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Cultural Awareness, Relationships & More — Helping Teachers Deal With Discipline

Educator's View: In my 6 years in the classroom, I learned school discipline was actually less about excluding students and more about including them

Beyond Suspension Decline: Transforming School Discipline in California

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This year will likely present unique challenges for teachers and administrators, particularly with school discipline. Not only have math and reading scores plummeted, but more than 80% of public schools report that the pandemic has impacted student behavior and social-emotional development.

Even when suspensions significantly declined through the pandemic, racial disparities in school discipline persisted. COVID-19 only magnified how generations of racist policies and practices that created and replicate those inequities influence school discipline.

While federal guidance and policy recommendations can help shape the conversation, they too often miss the point on practical solutions — particularly the fact that these solutions begin with supporting the day-to-day work of teachers.

For six years as a classroom teacher, I focused on improving school culture and discipline, realizing early on that if I didn’t, the very inclusive classroom spaces I sought to create for my predominantly Black students would be negated by traditional teaching approaches that punish them for culturally and age-appropriate behaviors. It became clear over time that discipline was actually less about practices that excluded students, and more about those that included them.

Here are five ways teachers can be supported to address school discipline this year. They are based on the ideas of my former elementary school students, families and school community in South Los Angeles, in addition to my work as a consultant at the Center for Culturally Responsive Teaching and Learning and research for the California School Discipline Project.

Understand the spectrum of school discipline. Although the past decade has yielded major efforts to reduce punitive discipline practices like suspensions and expulsions, it should be clear that discipline isn’t simply a response to behavior, but instead reflects a school’s values and visions for young people.

In “Beyond Suspension Decline: Transforming School Discipline in California,” my team of researchers and I found that there are varying approaches to school discipline that can be thought of as a continuum. Visualized on a chart divided into quadrants, a vertical axis defines the purpose of school discipline as running from domination to liberation and a horizontal axis defines a range of approaches for achieving it from exclusionary to educative. The latter is generally described as discipline that teaches students to develop self-discipline.

Teachers and administrators engage in different actions based on their beliefs about the purpose of and approaches to discipline. Beginning with this spectrum helps educators map not just where they’re at in their discipline practices, but where they want to be and how they can get there.

Invest in ongoing relationships with students, families and community. While the conversation around school discipline tends to focus on the exclusion of students from the classroom or school after an incident already occurred, the need for discipline is greatly reduced when teachers build strong relationships with their students, families and surrounding community. These relationships help teachers learn more about their students, which not only develops deeper levels of trust but provides reference points for how to create a more inclusive environment that aligns academic and behavioral expectations in school and at home.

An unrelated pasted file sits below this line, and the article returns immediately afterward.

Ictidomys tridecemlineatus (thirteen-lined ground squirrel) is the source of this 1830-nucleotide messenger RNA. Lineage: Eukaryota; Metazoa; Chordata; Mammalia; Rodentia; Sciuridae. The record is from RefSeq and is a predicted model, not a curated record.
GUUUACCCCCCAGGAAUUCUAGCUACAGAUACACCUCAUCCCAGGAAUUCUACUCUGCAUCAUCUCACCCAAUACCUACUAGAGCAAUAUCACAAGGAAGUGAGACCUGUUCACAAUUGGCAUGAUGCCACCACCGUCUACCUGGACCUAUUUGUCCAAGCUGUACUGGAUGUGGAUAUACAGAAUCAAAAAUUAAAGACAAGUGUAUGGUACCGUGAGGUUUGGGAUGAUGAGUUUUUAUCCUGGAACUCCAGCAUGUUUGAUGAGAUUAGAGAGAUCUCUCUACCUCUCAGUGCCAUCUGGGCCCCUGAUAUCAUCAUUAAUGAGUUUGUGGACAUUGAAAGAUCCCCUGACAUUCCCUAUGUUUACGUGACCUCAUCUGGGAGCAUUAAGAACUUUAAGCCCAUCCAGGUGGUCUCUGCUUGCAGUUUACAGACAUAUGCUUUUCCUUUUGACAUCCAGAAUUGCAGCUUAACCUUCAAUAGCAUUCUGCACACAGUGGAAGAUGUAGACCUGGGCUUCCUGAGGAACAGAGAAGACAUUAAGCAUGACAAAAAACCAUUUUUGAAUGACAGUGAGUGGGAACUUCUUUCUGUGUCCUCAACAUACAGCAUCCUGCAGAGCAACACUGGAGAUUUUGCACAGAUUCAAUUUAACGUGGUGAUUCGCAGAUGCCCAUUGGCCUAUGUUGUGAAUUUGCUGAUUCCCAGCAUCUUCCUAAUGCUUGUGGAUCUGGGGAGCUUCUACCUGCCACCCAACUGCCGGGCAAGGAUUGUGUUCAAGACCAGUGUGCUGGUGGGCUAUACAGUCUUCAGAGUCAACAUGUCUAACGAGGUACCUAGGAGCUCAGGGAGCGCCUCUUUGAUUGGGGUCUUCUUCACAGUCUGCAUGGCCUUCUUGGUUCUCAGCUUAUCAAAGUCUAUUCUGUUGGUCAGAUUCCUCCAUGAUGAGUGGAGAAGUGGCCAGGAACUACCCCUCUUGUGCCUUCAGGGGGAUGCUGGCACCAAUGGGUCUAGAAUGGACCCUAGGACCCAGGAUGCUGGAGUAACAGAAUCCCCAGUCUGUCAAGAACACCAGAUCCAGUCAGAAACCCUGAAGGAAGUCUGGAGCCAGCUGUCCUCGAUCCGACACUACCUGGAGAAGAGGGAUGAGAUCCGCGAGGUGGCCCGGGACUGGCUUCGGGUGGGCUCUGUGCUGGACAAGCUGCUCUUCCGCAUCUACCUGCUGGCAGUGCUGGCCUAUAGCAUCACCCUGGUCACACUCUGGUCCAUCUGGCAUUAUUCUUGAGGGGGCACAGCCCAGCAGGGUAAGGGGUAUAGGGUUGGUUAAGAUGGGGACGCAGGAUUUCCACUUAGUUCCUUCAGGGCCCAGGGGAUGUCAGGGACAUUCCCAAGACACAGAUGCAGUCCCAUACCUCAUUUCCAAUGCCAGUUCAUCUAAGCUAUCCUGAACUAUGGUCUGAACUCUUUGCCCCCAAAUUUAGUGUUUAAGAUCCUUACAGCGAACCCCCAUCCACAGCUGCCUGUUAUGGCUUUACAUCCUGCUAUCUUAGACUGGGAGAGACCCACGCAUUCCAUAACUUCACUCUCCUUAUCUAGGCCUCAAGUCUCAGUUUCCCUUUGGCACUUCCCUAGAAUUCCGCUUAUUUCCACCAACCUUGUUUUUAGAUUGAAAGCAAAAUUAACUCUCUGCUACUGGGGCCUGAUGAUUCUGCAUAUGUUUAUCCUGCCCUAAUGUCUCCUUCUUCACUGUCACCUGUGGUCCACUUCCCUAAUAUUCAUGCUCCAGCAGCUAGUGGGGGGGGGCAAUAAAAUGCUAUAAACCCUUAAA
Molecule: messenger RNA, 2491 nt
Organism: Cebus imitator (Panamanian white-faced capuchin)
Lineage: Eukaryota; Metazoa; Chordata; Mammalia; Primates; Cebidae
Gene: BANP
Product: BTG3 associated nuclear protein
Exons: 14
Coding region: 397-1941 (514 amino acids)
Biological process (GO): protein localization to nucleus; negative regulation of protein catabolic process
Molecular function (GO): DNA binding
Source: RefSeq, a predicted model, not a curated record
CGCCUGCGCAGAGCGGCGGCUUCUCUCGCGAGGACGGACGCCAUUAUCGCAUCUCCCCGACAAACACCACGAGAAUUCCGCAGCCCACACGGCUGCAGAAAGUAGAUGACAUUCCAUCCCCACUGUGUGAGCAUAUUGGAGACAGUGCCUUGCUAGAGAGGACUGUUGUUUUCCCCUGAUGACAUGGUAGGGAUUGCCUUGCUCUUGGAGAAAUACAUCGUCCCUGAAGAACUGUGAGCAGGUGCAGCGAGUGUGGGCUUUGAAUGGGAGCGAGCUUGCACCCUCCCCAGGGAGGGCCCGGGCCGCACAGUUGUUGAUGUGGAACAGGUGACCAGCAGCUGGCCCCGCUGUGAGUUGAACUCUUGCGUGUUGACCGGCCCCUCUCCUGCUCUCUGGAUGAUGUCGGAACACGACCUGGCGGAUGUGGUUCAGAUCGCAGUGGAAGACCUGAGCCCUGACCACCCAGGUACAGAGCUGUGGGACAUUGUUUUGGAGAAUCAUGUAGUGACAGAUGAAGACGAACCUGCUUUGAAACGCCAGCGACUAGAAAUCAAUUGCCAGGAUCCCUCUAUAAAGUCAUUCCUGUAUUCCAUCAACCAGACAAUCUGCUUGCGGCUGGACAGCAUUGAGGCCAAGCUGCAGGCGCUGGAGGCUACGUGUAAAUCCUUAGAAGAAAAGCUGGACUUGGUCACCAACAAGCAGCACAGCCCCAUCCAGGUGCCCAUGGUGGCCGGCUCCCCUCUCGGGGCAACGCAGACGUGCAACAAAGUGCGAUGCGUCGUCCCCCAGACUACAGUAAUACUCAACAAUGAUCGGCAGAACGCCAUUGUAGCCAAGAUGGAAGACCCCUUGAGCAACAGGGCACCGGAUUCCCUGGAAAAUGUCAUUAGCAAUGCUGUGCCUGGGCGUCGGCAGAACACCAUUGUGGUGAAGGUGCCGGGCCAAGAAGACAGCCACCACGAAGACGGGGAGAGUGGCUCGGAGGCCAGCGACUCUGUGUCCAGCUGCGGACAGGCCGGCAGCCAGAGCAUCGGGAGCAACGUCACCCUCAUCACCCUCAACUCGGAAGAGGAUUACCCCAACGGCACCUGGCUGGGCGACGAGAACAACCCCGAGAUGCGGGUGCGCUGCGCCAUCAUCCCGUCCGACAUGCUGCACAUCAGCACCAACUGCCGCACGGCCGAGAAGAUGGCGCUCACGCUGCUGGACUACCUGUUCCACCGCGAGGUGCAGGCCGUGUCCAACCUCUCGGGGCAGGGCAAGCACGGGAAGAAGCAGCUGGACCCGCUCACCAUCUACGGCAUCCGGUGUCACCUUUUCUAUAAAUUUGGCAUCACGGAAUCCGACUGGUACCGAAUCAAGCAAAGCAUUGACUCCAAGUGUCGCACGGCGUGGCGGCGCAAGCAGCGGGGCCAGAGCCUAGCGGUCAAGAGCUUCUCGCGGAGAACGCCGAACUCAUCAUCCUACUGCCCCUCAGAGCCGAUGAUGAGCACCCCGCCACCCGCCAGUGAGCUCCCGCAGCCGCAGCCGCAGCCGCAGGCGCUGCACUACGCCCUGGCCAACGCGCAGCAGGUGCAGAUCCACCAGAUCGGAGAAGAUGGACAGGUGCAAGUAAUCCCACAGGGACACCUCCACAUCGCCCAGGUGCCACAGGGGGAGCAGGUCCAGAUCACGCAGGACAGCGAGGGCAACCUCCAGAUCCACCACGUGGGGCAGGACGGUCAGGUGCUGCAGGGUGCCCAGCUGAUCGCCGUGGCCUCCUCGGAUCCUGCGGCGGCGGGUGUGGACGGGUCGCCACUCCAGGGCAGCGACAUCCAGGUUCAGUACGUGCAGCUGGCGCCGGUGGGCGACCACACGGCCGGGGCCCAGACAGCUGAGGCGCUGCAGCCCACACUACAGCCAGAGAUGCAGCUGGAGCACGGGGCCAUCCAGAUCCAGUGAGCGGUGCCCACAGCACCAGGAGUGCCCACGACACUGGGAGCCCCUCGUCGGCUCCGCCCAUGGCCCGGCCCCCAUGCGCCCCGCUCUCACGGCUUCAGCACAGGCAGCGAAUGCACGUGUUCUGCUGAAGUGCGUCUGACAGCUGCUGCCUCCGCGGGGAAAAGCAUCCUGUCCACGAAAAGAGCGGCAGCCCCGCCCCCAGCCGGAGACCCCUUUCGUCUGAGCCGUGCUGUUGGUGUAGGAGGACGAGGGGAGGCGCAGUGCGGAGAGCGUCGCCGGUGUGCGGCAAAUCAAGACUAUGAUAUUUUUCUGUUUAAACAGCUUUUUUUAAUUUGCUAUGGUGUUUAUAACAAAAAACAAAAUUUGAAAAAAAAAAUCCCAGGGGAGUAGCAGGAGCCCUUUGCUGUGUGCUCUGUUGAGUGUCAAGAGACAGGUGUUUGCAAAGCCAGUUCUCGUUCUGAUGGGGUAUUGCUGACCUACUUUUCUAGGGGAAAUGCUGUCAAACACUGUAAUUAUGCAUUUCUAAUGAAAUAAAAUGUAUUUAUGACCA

Ask the question of relevance. When behavior issues arise and discipline is needed, an often overlooked question is how relevant is what students are learning. Decades of research has found that effective teachers connect what students learn in school with the real, material conditions of their lives. As a way to measure relevance, teachers should question whether every assignment they give students has some immediate, applicable lesson or deepens and widens their connection and understanding of their world. This level of purpose in including and engaging students in their learning can reduce school discipline disparities.

Sharpen culturally responsive teaching skills. Thinking critically about how to teach can help educators gain a deeper understanding of their students’ learning needs. Culturally responsive teaching — which stems from culturally relevant pedagogy — considers students’ cultural backgrounds as strengths in the classroom and as a focal point for how to approach instruction. These include students’ gender, age, socioeconomic status and where they live — is it in the suburbs or a rural area?

For example, in some cultures, interrupting shows engagement in the conversation, not disrespect. Culturally responsive teachers incorporate that in the lesson instead of disciplining students for it. Teachers wield significant power in shaping classrooms to include and validate culturally appropriate behaviors that are often otherwise targeted for exclusionary discipline.

When possible, smile. My students always used to tell me, “Mr. Pham, you should smile more.” I didn’t know it at the time, but their advice is backed by a study that suggests greeting students “at the door sets a positive tone and can increase engagement and reduce disruptive behavior.” Although smiling in school is not always the easiest task, it might be that one small thing teachers can do to have a big impact on what already is proving to be a difficult year for students.

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